The Pitt Rivers Museum is a pleased to announce its collaboration on a major new Australian Research Council-funded project, led by Dr Jane Lydon of Monash University (Australia), which will address the momentous intersection of new digital technologies and Aboriginal traditions surrounding visual imagery. The project will explore the global circulation of photographs of Australian Aboriginal people that began in the 1840s, and their central role within the emergence of modern views regarding race and history. It investigates the significance of colonial photography to Indigenous communities, and through international collaboration returns photographs currently housed in four key European collections to descendants, providing an important Indigenous heritage resource, a major international conference, and a travelling exhibition.
During the 1890s the ethnographer Francis Gillen wrote to his colleague, Baldwin Spencer, that he had printed a set of photographs of an Arrernte ceremony. He described having ‘had a neat shallow tin case made to hold them and they are to be taken and deposited with the Churinga [secret sacred boards] in the Ertnatulinga [storehouse cave],’ to the pleasure of the Arrernte men concerned. Twenty years earlier, Gerard Krefft, curator of the Australian Museum, had offered similar booty to his metropolitan hero, writing ‘My dear Mr Darwin... Today I only want to send you some Photographs which I know you will like. I enclose 3 Views (on different scales though), of a northern black fellow's skull and of another found at Bondi near Sydney with a regular “Neanderthal” superc. Ridge!’ As a medium of exchange, photographs of Aboriginal people have served vastly different purposes within Indigenous and Western knowledge systems, from embodiments of kin and ancestral powers, to visual data that actively created scientific knowledge. In the digital age, it has become an urgent matter to understand and balance these traditions.
The Pitt Rivers Museum cares for one of the most significant collections of nineteenth photography of Australian Aboriginal people, including what is probably the earliest portrait of an indigenous person from South Australia, known as Tenberry (pictured), taken sometime before his death in 1855. As part of this research project the Pitt Rivers Museum’s Curator of Photograph Collections (Dr Chris Morton) will travel to Australia to meet indigenous communities represented in the collections in Oxford, establishing new relationships and returning copies of historic photographs.
The project has two primary aims:
1. To explore the global circulation of photographs of Australian Aboriginal people that began in the 1840s, charting their central role within the major shift in Western visual culture from Enlightenment humanism to the emergence of modern views regarding race and history. Through international collaboration with key European museums, it will connect their local production to their concrete effects as objects circulated through commercial, governmental, scientific and private visual networks that spanned the world.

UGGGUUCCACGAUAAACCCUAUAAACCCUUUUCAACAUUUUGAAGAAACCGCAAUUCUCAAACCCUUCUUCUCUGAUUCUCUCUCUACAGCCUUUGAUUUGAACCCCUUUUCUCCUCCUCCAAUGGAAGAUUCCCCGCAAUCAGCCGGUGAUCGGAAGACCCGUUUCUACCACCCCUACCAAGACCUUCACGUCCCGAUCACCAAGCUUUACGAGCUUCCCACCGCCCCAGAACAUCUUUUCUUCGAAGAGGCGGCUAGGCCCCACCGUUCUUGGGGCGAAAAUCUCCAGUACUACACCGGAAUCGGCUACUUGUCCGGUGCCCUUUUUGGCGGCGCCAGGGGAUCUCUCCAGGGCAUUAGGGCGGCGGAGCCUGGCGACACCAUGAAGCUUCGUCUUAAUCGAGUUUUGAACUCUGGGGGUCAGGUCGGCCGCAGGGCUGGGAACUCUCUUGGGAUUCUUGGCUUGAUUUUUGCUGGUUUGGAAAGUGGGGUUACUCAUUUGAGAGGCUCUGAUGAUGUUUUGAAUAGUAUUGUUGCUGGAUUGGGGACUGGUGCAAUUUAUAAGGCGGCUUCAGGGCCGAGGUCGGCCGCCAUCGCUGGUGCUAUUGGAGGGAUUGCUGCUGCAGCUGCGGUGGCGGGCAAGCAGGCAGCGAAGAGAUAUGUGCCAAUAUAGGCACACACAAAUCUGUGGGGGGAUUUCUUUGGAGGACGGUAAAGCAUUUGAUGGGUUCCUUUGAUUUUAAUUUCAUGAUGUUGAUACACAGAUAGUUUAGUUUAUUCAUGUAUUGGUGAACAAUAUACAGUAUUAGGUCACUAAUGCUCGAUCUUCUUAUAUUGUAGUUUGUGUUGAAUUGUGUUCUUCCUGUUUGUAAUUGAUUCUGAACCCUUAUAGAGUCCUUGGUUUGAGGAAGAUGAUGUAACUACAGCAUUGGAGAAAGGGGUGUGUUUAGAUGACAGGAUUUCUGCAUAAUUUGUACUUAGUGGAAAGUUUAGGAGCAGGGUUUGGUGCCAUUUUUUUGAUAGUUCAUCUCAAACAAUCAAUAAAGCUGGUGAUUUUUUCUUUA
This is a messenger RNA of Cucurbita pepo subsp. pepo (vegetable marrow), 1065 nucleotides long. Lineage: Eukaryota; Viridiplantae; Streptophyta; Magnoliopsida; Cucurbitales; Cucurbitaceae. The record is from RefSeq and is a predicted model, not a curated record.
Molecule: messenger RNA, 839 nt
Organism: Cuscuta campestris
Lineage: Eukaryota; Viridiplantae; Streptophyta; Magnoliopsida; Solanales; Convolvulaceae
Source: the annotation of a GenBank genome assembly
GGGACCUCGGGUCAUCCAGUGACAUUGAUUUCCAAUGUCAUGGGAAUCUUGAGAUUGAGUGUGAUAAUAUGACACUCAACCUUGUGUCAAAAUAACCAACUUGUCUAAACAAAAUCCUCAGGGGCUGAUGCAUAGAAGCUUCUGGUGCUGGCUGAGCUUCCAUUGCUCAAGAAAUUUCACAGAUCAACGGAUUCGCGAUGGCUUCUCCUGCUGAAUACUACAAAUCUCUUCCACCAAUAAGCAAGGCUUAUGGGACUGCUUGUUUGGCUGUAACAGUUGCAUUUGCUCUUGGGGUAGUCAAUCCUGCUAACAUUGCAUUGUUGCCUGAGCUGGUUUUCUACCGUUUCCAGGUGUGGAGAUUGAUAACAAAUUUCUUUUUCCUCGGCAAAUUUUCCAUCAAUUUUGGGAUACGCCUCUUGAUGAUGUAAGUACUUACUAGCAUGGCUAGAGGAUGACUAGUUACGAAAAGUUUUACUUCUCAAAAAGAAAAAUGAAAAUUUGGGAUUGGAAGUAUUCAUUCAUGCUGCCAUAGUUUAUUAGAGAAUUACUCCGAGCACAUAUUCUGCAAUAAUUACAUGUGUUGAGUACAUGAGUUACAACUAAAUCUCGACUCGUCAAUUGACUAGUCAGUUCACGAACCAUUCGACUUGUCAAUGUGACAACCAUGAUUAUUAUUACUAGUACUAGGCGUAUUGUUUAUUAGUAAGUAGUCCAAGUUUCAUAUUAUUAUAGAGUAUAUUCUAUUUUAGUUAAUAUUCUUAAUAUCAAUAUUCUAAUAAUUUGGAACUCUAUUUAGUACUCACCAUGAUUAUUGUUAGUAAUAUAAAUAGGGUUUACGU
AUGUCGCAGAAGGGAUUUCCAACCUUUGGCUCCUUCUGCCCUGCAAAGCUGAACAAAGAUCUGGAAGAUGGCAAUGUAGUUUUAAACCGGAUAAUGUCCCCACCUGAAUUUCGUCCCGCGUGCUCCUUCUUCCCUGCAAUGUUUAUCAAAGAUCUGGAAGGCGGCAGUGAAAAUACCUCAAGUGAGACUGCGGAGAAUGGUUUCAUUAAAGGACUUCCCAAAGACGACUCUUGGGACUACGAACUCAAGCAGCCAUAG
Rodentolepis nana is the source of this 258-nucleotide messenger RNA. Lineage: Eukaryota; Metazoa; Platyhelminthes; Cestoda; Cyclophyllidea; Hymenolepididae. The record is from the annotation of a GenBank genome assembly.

2. To return photographs currently housed in Europe to their subjects’ descendants, providing a major Indigenous heritage resource. In doing so it will explore the significance of colonial photography to Indigenous descendants and contribute to resolving the momentous and complex intersection of new digital technologies and Aboriginal cultural traditions regarding visual imagery. The project will produce a range of scholarly and popular histories, including a significant digital tool, as well as convening a major international conference and a travelling exhibition.
The collaborating European curators and institutions are:
Dr Christine Barthes, Musée du Quai Branly (MQB), Paris
Dr Anita Herle, Museum of Archaeology and Anthropology (MAA), University of Cambridge
Dr Christopher Morton, Pitt Rivers Museum (PRM), University of Oxford
Dr Wonu Veys, Museum Volkenkunde (National Museum for Ethnology, MV), Leiden.
The project builds on an earlier research project at Monash University led by Jane Lydon and Lynette Russell, Aboriginal Visual Histories: Photographing Indigenous Australians, which ran from 2008-2011. Seehttp://arts.monash.edu.au/mic/research/visual-historiesfor more information on that project.
1. Braithwaite, S., T. Gara, J. Lydon. 2011. From Moorundie to Buckingham Palace: Images of “King” Tenberry and his son Warrulan, 1845-55, Journal of Australian Studies, 35: 2, 165 — 184.
(research article which deals with a number of early Australian photographs in the PRM, especially the portrait of Tenberry reproduced on this webpage)
2. Morton, C. 2011. Ten Queensland Photographs in the Founding Collection of the Pitt Rivers Museumhttp://web.prm.ox.ac.uk/rpr/index.php/objectbiographies/72-10-queensland-photographs
(online research article about the set of Queensland prints acquired by Pitt-Rivers from the Godeffroy Museum in Hamburg in 1879)
A series of three short interviews with Aboriginal cultural heritage researcher Michael Aird, filmed in his office in Coomera, south-east Queensland. The films were made by Sari Briathwaite, as part of the Aboriginal Visual Historiesproject at Monash University. Michael Aird is also a collaborating researcher on theGlobalization, Photography, and Raceproject.